For it was the LORD, our God,
who brought us and our fathers up out of the land of Egypt,
out of a state of slavery.
He performed those great miracles before our very eyes
and protected us along our entire journey
and among the peoples through whom we passed.
Therefore we also will serve the LORD, for he is our God.”
It is possible and even probable that some of the twelve tribes had never been in Egypt and therefore had not taken part in the covenant of Sinai. This would explain Joshua’s reason for re-affirming the Sinaitic covenant at Shechem, so that these tribes could take on themselves the covenant obligations and become fully integrated into the Chosen People. Even without this reason the re-enactment or re-acceptance of the covenant at this point in their history was of the greatest importance for the Chosen People. They had had the land of Canaan divided among them and were about to settle down as citizens with rights and duties in their own country. Hitherto, they had been slaves and nomads. Although their individual territories had been mapped out for them, most of the tribes had but a precarious foothold as yet on the land allotted to them. They had still many battles to fight before they could say that they owned their land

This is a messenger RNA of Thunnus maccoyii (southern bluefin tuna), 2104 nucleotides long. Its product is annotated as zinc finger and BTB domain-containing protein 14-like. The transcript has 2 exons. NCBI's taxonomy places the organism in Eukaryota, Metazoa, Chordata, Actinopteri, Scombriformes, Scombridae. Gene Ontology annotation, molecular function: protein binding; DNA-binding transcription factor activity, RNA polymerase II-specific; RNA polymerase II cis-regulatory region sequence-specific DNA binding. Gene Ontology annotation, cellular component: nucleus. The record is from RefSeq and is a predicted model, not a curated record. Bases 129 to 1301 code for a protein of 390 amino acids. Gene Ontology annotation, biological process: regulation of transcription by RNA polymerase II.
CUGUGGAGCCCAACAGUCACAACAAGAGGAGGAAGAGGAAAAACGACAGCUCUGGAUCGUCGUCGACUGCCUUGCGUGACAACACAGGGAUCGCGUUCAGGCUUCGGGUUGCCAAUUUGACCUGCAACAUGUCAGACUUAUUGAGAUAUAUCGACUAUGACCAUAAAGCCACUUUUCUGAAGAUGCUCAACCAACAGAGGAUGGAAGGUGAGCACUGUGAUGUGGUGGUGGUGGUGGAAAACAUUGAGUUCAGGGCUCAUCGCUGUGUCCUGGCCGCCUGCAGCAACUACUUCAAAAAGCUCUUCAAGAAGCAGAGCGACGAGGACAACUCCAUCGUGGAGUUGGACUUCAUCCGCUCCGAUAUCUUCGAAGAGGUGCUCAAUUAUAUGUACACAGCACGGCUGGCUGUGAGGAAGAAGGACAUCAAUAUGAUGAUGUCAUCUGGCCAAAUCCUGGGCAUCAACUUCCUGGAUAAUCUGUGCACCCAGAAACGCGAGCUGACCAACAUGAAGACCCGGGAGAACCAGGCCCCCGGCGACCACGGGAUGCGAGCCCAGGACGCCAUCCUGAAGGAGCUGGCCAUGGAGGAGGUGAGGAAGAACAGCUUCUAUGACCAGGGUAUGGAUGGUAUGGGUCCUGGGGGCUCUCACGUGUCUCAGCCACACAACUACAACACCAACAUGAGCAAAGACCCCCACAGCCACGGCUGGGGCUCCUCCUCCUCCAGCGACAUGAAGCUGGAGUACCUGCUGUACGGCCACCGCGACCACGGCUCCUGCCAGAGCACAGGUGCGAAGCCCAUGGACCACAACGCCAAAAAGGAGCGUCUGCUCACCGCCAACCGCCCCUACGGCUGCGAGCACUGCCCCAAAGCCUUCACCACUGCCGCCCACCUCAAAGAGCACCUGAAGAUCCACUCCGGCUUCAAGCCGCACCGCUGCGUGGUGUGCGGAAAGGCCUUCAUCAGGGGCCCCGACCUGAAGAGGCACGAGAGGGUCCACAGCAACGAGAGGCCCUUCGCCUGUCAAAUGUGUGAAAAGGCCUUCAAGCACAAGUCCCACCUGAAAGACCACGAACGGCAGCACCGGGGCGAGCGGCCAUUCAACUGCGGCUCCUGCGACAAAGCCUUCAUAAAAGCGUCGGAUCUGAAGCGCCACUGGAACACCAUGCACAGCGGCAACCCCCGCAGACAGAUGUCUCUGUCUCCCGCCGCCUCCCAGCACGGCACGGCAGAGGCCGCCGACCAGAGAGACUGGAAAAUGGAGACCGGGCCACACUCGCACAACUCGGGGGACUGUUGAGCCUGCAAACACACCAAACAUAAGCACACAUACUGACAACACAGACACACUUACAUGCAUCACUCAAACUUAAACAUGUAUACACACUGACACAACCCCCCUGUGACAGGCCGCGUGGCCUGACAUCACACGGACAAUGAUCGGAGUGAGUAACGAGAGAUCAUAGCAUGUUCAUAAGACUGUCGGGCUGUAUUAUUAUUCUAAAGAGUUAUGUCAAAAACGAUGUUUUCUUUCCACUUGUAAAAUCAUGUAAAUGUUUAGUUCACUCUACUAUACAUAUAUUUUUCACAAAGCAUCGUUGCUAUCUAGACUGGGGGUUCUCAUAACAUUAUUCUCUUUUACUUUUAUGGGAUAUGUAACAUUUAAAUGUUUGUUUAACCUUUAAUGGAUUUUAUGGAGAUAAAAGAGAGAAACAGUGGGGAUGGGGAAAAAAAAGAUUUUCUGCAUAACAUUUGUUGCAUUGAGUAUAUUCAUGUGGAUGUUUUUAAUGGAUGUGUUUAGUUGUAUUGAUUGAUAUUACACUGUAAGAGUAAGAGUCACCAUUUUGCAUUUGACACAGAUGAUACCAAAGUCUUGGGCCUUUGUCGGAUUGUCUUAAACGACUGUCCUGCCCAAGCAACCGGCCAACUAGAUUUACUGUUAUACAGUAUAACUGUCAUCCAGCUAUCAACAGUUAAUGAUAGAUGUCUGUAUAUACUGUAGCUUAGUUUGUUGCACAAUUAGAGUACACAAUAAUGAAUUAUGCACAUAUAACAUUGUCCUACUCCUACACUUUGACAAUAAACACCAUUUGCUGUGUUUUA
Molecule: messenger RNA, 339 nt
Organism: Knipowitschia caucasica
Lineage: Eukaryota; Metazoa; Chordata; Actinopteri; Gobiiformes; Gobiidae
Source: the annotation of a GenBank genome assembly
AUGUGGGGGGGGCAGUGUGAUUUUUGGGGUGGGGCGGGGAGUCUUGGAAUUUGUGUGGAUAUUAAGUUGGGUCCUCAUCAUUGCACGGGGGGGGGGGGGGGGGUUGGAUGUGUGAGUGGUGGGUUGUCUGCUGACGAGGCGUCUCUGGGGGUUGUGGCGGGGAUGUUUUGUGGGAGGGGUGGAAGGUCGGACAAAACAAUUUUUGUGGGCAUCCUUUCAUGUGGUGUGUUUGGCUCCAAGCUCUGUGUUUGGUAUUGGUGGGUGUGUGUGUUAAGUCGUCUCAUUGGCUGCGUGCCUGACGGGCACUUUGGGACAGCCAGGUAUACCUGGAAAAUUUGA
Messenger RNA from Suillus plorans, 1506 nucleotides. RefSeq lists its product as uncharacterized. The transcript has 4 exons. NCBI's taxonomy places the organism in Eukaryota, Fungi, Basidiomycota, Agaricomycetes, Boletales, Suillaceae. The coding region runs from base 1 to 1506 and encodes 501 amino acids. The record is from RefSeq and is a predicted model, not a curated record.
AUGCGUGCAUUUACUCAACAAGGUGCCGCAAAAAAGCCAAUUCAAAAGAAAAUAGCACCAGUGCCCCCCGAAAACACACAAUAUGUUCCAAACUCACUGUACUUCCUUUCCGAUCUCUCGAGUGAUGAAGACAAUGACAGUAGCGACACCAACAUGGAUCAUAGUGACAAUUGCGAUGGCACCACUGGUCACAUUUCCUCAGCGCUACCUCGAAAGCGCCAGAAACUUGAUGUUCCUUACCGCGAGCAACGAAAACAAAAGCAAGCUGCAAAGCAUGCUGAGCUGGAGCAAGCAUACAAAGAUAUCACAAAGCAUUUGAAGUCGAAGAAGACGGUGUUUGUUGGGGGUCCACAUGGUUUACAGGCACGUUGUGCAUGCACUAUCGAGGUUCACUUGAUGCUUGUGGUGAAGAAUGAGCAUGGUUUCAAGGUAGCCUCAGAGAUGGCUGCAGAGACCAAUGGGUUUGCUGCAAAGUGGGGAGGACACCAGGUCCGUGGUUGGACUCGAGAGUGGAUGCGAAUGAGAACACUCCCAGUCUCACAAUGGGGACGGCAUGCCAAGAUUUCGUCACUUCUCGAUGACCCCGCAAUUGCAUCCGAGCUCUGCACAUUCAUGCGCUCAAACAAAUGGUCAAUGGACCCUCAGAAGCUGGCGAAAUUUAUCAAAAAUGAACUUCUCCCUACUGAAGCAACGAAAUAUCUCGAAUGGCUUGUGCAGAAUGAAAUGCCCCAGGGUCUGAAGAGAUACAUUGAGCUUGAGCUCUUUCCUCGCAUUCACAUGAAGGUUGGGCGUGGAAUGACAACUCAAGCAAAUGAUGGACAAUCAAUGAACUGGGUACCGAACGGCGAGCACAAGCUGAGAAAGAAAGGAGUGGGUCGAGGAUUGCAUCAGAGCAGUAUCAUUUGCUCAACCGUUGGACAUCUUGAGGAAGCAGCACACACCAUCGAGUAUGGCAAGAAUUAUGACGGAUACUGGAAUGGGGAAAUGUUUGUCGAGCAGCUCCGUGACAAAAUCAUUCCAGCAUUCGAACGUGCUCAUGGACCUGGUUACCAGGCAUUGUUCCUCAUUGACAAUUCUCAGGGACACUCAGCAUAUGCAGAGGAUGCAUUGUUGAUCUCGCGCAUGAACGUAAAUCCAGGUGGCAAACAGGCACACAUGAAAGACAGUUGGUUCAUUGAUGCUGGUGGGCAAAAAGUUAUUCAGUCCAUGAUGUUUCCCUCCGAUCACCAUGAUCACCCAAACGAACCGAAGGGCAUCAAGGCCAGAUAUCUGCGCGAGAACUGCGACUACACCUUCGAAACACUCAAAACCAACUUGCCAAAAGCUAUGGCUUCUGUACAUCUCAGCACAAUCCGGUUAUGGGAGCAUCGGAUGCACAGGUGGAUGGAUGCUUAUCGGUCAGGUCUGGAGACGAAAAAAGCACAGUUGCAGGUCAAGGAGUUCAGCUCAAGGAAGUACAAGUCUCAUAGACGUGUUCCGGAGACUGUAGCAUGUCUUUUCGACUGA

Furthermore, they needed to renew their resolution to remain loyal to Yahweh for as yet their faith in the formative stage would often be threatened by the pagan idolatrous practices they would see on all sides of them. The pagan fertility gods of Canaan had attractions for agricultural people–they were supposed to make the harvests plentiful and produce rain when needed; these pagan idols were there among them. Yahweh was far away in heaven, above the skies. The idols seemed to answer the pagan people’s prayers–Yahweh did not always do so. Therefore, the renewal of the covenant of Sinai at this moment in their history was of the greatest importance; to begin their lives as citizens of Canaan with a solemn dedication of themselves as a united people to the true God was setting up for themselves a standard, a banner, to which they could turn for strength in later life–if tempted to abandon their faith in the one and only God.